Creep is an independent horror film starring Patrick Brice and Mark Duplass. Brice also doubles as the director and triples as co-writer with Duplass. In it, Duplass plays Josef, a man suffering from inoperable brain cancer who has hired freelance videographer Aaron (Brice) to film what could be his final days for the sake of his unborn child.
The film begins with heartfelt scenes of Josef optimistically narrating fun activities that he would like his son to experience once he is gone. These scenes are also accompanied by innocent jump scares. In one, Josef simulates attempting to commit suicide in a bathtub. In another, he dons a horrifying wolf mask named Peachfuzz and sings a song. In a third, he runs into the woods and jumps out at Aaron in order to show him what it feels like to fear for one’s own life. What is good about these scares is that they are not useless, but they allude, albeit opaquely, to the dangerous turn that the film is about to take.
The moment where the film turns from weird to worse occurs in a beautiful shot: Josef standing atop a flight of stairs looking down on Aaron, his figure engulfed in shadow from the light behind him as he asks Aaron to come in for a single drink. There is an ominous creepiness to the shot and Josef’s words as he tries to lure Aaron inside with his friendly charm.
Creep begins with a strange mood reminiscent of mumblecore–a genre often attributed to the Duplass brothers. The characters talk about moments of shame. Josef grapples with–among other psychological issues–his own mortality in a dialogue-heavy way. The movie is like mumblecore’s terrifying cousin.
Duplass plays a character similar to his norm: charming and charismatic, rambling on about things in a manic way. However, from the get-go it is obvious that something is off. Weird mannerisms and morbid dialogue mark Josef as a troubled man. He plays the eponymous creep well. It is one of those rare moments where the villain in a horror movie has depth and a reasonable motivation for his actions.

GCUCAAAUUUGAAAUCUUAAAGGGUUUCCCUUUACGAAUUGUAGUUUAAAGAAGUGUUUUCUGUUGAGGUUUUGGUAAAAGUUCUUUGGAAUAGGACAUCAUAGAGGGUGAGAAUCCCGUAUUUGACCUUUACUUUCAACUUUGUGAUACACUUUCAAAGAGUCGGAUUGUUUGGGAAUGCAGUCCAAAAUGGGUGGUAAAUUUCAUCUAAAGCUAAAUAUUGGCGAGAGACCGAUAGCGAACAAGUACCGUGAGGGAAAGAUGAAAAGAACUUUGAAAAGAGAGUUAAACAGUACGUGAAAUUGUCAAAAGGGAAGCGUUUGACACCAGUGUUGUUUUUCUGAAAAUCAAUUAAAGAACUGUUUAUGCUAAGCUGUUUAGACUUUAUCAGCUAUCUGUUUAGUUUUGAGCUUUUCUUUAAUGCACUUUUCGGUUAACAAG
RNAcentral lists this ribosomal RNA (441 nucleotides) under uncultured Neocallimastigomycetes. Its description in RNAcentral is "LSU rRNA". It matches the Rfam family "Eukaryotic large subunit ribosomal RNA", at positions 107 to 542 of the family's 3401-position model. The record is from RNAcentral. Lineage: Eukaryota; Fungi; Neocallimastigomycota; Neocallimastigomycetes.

Brice is less noticeable alongside Duplass, but he also does a good job in the role of the victim. His face shows layers of confusion, fear, and anger at his position. Duplass stands out for being a more recognizable name as well as the more stylized character in the film, but both actors playing off of each other is what makes their interactions so enjoyable.
What this movie does so well that other shaky-cam, low budget horror films fail to accomplish is balance scares with suspense. The early half of this film is dominated by the familiar jump scares that we see in all horror movies these days. Then, those fade away, but the notion that they could return at any moment remains constant. Suspense rises until the final scenes. And the climactic moment might as well be nothing more than a hush. A slow, creepy hush. With a spine-chilling denouement to boot.
I might be a fan of this new genre of mumblecore horror. Creep is a very enjoyable horror movie. Like most shaky-cam films, it begs the question at times of why the person holding the camera would continue to film and frame the action while crazy events are unfolding, but it also remedies that same problem in a pivotal moment of the film.
Creep is currently available to stream on Netflix and can be found on Amazon Instant Video here.
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Have you seen Creep? If so, what did you think? Let me know in the comments!
–Alex Brannan (@TheAlexBrannan)